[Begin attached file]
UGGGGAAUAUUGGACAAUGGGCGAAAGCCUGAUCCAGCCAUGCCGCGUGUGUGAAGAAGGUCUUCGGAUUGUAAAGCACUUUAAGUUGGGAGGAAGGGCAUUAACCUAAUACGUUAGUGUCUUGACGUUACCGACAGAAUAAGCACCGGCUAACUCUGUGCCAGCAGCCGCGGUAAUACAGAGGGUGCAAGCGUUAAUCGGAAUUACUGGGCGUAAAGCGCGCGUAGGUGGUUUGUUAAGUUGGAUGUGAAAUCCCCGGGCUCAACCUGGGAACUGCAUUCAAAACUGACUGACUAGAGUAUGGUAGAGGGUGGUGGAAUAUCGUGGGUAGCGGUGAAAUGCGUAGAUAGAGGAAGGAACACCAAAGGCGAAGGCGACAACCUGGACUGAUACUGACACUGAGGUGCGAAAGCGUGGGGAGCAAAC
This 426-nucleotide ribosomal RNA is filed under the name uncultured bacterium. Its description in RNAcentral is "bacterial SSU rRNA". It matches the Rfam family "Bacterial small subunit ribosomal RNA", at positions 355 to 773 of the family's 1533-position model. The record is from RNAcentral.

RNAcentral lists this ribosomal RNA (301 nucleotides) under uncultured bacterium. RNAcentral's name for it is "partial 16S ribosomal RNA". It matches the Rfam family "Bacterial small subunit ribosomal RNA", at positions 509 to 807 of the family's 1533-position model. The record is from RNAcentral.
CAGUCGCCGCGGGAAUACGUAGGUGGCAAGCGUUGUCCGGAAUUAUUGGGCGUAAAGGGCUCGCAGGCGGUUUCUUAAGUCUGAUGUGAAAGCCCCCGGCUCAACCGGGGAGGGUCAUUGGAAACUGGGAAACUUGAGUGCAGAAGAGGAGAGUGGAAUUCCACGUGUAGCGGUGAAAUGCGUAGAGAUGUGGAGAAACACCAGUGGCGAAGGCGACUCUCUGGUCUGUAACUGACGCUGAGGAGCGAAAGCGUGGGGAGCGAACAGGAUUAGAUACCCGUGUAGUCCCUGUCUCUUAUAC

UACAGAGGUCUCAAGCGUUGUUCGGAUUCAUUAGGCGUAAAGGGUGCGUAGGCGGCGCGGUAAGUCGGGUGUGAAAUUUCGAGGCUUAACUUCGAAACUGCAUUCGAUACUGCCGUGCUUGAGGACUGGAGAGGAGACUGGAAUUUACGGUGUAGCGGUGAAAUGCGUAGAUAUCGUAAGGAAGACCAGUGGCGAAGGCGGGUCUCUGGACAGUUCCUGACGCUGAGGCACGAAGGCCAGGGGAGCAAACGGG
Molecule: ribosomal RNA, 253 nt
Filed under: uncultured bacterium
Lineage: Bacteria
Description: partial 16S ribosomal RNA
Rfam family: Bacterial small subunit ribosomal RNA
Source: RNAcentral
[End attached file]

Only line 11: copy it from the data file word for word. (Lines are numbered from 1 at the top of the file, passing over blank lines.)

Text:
Source: RNAcentral